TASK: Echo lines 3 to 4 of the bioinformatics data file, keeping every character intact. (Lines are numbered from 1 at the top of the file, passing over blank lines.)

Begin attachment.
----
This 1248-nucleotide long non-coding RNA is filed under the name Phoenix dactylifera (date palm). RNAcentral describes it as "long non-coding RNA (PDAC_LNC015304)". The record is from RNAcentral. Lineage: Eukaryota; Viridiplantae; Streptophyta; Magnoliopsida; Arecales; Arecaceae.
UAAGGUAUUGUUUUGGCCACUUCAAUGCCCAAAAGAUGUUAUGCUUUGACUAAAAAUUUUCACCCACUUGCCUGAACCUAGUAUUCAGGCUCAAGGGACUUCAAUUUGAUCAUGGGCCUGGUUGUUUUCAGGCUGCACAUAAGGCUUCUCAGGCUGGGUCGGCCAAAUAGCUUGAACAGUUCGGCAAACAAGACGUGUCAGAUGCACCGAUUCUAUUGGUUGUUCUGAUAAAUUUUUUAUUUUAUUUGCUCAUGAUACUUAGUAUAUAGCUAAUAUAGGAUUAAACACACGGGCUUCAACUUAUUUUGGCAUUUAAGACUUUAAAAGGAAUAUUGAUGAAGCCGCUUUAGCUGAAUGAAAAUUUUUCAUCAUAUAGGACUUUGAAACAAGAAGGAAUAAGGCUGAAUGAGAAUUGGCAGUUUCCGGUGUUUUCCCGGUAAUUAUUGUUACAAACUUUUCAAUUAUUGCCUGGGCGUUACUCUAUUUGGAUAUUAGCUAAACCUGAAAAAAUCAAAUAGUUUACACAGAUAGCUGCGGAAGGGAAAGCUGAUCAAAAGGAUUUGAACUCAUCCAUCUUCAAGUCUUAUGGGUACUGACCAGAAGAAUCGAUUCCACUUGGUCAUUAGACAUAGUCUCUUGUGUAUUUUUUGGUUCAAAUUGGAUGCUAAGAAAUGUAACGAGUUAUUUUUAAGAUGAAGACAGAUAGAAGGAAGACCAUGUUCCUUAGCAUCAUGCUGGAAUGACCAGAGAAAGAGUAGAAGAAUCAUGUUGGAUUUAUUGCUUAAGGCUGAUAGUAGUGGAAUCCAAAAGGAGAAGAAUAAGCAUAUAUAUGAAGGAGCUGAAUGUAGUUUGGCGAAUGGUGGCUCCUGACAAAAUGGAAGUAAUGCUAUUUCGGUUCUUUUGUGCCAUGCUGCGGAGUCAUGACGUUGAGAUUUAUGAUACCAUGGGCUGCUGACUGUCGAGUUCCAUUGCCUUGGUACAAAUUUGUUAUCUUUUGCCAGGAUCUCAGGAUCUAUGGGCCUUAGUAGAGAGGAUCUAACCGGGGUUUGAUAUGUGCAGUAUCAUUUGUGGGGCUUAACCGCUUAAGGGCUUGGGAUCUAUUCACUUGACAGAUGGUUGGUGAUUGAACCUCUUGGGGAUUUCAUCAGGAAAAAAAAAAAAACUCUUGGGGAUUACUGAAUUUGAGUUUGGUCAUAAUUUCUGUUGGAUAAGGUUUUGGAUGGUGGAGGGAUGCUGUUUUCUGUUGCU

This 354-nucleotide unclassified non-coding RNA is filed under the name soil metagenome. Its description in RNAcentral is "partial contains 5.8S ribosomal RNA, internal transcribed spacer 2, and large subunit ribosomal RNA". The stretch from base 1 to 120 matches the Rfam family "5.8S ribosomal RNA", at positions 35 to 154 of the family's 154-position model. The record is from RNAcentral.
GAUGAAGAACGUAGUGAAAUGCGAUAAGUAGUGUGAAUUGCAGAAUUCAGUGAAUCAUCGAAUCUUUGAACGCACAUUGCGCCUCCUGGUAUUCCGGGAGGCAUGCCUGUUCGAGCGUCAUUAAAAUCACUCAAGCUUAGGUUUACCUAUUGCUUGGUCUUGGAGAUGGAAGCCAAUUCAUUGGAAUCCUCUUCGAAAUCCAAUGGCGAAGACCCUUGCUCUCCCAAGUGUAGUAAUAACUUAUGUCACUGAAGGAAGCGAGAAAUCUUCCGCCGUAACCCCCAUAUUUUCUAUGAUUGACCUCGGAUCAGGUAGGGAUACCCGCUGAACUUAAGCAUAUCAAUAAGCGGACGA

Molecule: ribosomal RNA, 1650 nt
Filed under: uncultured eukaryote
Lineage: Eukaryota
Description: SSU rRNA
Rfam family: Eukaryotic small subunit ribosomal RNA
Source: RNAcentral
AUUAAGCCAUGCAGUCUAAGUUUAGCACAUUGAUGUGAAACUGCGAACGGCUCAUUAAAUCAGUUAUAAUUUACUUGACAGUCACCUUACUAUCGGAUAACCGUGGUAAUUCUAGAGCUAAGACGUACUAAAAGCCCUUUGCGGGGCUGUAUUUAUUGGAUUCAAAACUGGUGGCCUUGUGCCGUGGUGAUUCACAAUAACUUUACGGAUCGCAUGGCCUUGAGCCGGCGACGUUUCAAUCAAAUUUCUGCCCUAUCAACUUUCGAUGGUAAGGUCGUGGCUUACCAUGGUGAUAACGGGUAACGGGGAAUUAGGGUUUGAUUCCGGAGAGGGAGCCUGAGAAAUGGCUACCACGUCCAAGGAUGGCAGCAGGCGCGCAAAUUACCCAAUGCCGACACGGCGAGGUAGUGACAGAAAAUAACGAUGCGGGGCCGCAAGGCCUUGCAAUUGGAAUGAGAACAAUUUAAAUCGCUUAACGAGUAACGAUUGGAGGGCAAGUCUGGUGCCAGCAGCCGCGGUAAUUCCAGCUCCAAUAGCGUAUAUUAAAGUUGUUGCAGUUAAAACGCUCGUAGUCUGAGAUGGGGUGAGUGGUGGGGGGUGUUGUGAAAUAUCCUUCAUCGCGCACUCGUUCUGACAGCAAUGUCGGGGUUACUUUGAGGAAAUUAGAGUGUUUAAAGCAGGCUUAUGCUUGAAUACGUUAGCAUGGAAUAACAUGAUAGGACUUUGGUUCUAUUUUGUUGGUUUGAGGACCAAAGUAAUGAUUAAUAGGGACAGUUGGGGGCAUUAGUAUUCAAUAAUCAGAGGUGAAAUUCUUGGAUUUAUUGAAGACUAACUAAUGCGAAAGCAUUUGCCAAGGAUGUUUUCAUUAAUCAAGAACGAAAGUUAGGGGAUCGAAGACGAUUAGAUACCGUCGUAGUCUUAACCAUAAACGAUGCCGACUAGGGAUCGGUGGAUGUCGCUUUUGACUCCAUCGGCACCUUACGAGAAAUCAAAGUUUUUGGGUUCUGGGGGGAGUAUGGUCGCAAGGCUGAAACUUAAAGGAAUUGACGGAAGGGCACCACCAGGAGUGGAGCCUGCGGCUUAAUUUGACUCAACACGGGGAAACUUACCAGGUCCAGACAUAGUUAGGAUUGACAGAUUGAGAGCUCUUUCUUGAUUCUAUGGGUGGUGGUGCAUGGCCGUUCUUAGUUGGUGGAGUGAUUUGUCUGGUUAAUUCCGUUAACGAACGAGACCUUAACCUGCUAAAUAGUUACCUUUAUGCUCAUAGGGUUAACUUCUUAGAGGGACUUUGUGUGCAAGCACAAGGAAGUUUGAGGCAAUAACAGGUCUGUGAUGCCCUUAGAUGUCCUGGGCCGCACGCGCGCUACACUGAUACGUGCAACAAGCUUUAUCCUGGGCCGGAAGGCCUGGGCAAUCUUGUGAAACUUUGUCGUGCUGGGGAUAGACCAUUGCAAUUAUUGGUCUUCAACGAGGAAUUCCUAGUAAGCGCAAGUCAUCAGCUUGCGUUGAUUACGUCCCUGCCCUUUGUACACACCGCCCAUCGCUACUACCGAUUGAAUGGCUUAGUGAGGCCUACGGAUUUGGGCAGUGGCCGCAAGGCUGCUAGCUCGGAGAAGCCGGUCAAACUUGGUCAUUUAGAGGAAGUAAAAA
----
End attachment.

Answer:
This 354-nucleotide unclassified non-coding RNA is filed under the name soil metagenome. Its description in RNAcentral is "partial contains 5.8S ribosomal RNA, internal transcribed spacer 2, and large subunit ribosomal RNA". The stretch from base 1 to 120 matches the Rfam family "5.8S ribosomal RNA", at positions 35 to 154 of the family's 154-position model. The record is from RNAcentral.
GAUGAAGAACGUAGUGAAAUGCGAUAAGUAGUGUGAAUUGCAGAAUUCAGUGAAUCAUCGAAUCUUUGAACGCACAUUGCGCCUCCUGGUAUUCCGGGAGGCAUGCCUGUUCGAGCGUCAUUAAAAUCACUCAAGCUUAGGUUUACCUAUUGCUUGGUCUUGGAGAUGGAAGCCAAUUCAUUGGAAUCCUCUUCGAAAUCCAAUGGCGAAGACCCUUGCUCUCCCAAGUGUAGUAAUAACUUAUGUCACUGAAGGAAGCGAGAAAUCUUCCGCCGUAACCCCCAUAUUUUCUAUGAUUGACCUCGGAUCAGGUAGGGAUACCCGCUGAACUUAAGCAUAUCAAUAAGCGGACGA